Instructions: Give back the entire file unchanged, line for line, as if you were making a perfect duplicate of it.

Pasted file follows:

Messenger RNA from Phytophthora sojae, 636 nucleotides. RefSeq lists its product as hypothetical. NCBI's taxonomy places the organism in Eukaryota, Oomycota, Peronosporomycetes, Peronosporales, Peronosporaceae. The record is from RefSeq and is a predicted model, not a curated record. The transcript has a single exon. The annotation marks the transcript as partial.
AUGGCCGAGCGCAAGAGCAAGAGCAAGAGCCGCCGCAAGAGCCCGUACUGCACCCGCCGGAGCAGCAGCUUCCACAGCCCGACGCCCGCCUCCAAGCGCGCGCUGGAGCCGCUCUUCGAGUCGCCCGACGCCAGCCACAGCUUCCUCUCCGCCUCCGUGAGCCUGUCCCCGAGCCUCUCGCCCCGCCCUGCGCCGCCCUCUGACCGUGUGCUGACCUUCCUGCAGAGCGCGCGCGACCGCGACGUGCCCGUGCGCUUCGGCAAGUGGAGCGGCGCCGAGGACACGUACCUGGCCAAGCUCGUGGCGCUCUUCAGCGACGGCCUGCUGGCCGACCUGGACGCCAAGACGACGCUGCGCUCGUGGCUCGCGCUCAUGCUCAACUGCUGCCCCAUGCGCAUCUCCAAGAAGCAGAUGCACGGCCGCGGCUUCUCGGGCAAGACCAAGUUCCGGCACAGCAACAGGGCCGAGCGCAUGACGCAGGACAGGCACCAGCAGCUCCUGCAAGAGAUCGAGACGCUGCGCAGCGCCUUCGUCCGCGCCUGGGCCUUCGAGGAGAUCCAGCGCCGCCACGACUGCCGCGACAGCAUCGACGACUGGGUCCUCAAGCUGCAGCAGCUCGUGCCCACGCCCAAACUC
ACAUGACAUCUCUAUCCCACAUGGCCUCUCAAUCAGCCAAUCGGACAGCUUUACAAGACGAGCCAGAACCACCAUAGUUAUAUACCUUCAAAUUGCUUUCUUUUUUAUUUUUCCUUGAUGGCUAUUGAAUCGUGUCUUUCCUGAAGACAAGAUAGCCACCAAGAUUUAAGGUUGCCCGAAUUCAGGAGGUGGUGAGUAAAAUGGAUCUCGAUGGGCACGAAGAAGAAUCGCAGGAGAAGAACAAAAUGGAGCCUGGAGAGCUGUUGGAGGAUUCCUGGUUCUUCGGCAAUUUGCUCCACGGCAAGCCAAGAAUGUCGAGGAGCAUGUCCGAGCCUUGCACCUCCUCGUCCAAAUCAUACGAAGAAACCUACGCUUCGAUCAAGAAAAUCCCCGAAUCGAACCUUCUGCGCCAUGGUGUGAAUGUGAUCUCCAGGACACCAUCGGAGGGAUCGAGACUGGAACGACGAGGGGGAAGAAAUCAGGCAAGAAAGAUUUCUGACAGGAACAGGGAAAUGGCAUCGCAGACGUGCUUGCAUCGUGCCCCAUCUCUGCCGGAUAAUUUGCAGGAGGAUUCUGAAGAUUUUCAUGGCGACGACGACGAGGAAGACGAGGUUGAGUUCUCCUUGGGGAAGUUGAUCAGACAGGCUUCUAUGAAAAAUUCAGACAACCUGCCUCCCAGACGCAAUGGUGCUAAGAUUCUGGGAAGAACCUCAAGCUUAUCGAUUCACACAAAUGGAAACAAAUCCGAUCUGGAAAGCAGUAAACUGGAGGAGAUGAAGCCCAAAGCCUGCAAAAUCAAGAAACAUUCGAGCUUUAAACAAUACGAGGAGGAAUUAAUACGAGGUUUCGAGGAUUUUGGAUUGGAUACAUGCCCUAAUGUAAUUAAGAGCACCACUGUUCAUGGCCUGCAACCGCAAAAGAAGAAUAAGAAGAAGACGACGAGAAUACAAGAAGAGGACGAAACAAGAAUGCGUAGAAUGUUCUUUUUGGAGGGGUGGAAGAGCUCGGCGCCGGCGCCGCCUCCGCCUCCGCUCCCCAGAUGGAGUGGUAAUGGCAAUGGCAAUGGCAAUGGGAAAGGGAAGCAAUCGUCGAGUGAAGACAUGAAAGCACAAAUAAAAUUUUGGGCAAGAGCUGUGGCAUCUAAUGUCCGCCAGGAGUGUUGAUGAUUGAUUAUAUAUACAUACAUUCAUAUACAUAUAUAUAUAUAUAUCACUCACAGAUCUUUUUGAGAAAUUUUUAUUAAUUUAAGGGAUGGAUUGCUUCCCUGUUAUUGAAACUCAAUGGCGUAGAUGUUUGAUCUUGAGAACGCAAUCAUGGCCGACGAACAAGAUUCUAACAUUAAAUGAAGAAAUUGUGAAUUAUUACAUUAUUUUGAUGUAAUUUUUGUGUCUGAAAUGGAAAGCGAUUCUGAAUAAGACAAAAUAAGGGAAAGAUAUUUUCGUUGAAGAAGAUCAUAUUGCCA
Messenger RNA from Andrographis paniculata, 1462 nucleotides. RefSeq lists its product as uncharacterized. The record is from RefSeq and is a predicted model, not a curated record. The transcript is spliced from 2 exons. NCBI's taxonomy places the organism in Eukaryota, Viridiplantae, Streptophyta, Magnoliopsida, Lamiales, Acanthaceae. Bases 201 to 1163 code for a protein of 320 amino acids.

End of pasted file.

Messenger RNA from Phytophthora sojae, 636 nucleotides. RefSeq lists its product as hypothetical. NCBI's taxonomy places the organism in Eukaryota, Oomycota, Peronosporomycetes, Peronosporales, Peronosporaceae. The record is from RefSeq and is a predicted model, not a curated record. The transcript has a single exon. The annotation marks the transcript as partial.
AUGGCCGAGCGCAAGAGCAAGAGCAAGAGCCGCCGCAAGAGCCCGUACUGCACCCGCCGGAGCAGCAGCUUCCACAGCCCGACGCCCGCCUCCAAGCGCGCGCUGGAGCCGCUCUUCGAGUCGCCCGACGCCAGCCACAGCUUCCUCUCCGCCUCCGUGAGCCUGUCCCCGAGCCUCUCGCCCCGCCCUGCGCCGCCCUCUGACCGUGUGCUGACCUUCCUGCAGAGCGCGCGCGACCGCGACGUGCCCGUGCGCUUCGGCAAGUGGAGCGGCGCCGAGGACACGUACCUGGCCAAGCUCGUGGCGCUCUUCAGCGACGGCCUGCUGGCCGACCUGGACGCCAAGACGACGCUGCGCUCGUGGCUCGCGCUCAUGCUCAACUGCUGCCCCAUGCGCAUCUCCAAGAAGCAGAUGCACGGCCGCGGCUUCUCGGGCAAGACCAAGUUCCGGCACAGCAACAGGGCCGAGCGCAUGACGCAGGACAGGCACCAGCAGCUCCUGCAAGAGAUCGAGACGCUGCGCAGCGCCUUCGUCCGCGCCUGGGCCUUCGAGGAGAUCCAGCGCCGCCACGACUGCCGCGACAGCAUCGACGACUGGGUCCUCAAGCUGCAGCAGCUCGUGCCCACGCCCAAACUC
ACAUGACAUCUCUAUCCCACAUGGCCUCUCAAUCAGCCAAUCGGACAGCUUUACAAGACGAGCCAGAACCACCAUAGUUAUAUACCUUCAAAUUGCUUUCUUUUUUAUUUUUCCUUGAUGGCUAUUGAAUCGUGUCUUUCCUGAAGACAAGAUAGCCACCAAGAUUUAAGGUUGCCCGAAUUCAGGAGGUGGUGAGUAAAAUGGAUCUCGAUGGGCACGAAGAAGAAUCGCAGGAGAAGAACAAAAUGGAGCCUGGAGAGCUGUUGGAGGAUUCCUGGUUCUUCGGCAAUUUGCUCCACGGCAAGCCAAGAAUGUCGAGGAGCAUGUCCGAGCCUUGCACCUCCUCGUCCAAAUCAUACGAAGAAACCUACGCUUCGAUCAAGAAAAUCCCCGAAUCGAACCUUCUGCGCCAUGGUGUGAAUGUGAUCUCCAGGACACCAUCGGAGGGAUCGAGACUGGAACGACGAGGGGGAAGAAAUCAGGCAAGAAAGAUUUCUGACAGGAACAGGGAAAUGGCAUCGCAGACGUGCUUGCAUCGUGCCCCAUCUCUGCCGGAUAAUUUGCAGGAGGAUUCUGAAGAUUUUCAUGGCGACGACGACGAGGAAGACGAGGUUGAGUUCUCCUUGGGGAAGUUGAUCAGACAGGCUUCUAUGAAAAAUUCAGACAACCUGCCUCCCAGACGCAAUGGUGCUAAGAUUCUGGGAAGAACCUCAAGCUUAUCGAUUCACACAAAUGGAAACAAAUCCGAUCUGGAAAGCAGUAAACUGGAGGAGAUGAAGCCCAAAGCCUGCAAAAUCAAGAAACAUUCGAGCUUUAAACAAUACGAGGAGGAAUUAAUACGAGGUUUCGAGGAUUUUGGAUUGGAUACAUGCCCUAAUGUAAUUAAGAGCACCACUGUUCAUGGCCUGCAACCGCAAAAGAAGAAUAAGAAGAAGACGACGAGAAUACAAGAAGAGGACGAAACAAGAAUGCGUAGAAUGUUCUUUUUGGAGGGGUGGAAGAGCUCGGCGCCGGCGCCGCCUCCGCCUCCGCUCCCCAGAUGGAGUGGUAAUGGCAAUGGCAAUGGCAAUGGGAAAGGGAAGCAAUCGUCGAGUGAAGACAUGAAAGCACAAAUAAAAUUUUGGGCAAGAGCUGUGGCAUCUAAUGUCCGCCAGGAGUGUUGAUGAUUGAUUAUAUAUACAUACAUUCAUAUACAUAUAUAUAUAUAUAUCACUCACAGAUCUUUUUGAGAAAUUUUUAUUAAUUUAAGGGAUGGAUUGCUUCCCUGUUAUUGAAACUCAAUGGCGUAGAUGUUUGAUCUUGAGAACGCAAUCAUGGCCGACGAACAAGAUUCUAACAUUAAAUGAAGAAAUUGUGAAUUAUUACAUUAUUUUGAUGUAAUUUUUGUGUCUGAAAUGGAAAGCGAUUCUGAAUAAGACAAAAUAAGGGAAAGAUAUUUUCGUUGAAGAAGAUCAUAUUGCCA
Messenger RNA from Andrographis paniculata, 1462 nucleotides. RefSeq lists its product as uncharacterized. The record is from RefSeq and is a predicted model, not a curated record. The transcript is spliced from 2 exons. NCBI's taxonomy places the organism in Eukaryota, Viridiplantae, Streptophyta, Magnoliopsida, Lamiales, Acanthaceae. Bases 201 to 1163 code for a protein of 320 amino acids.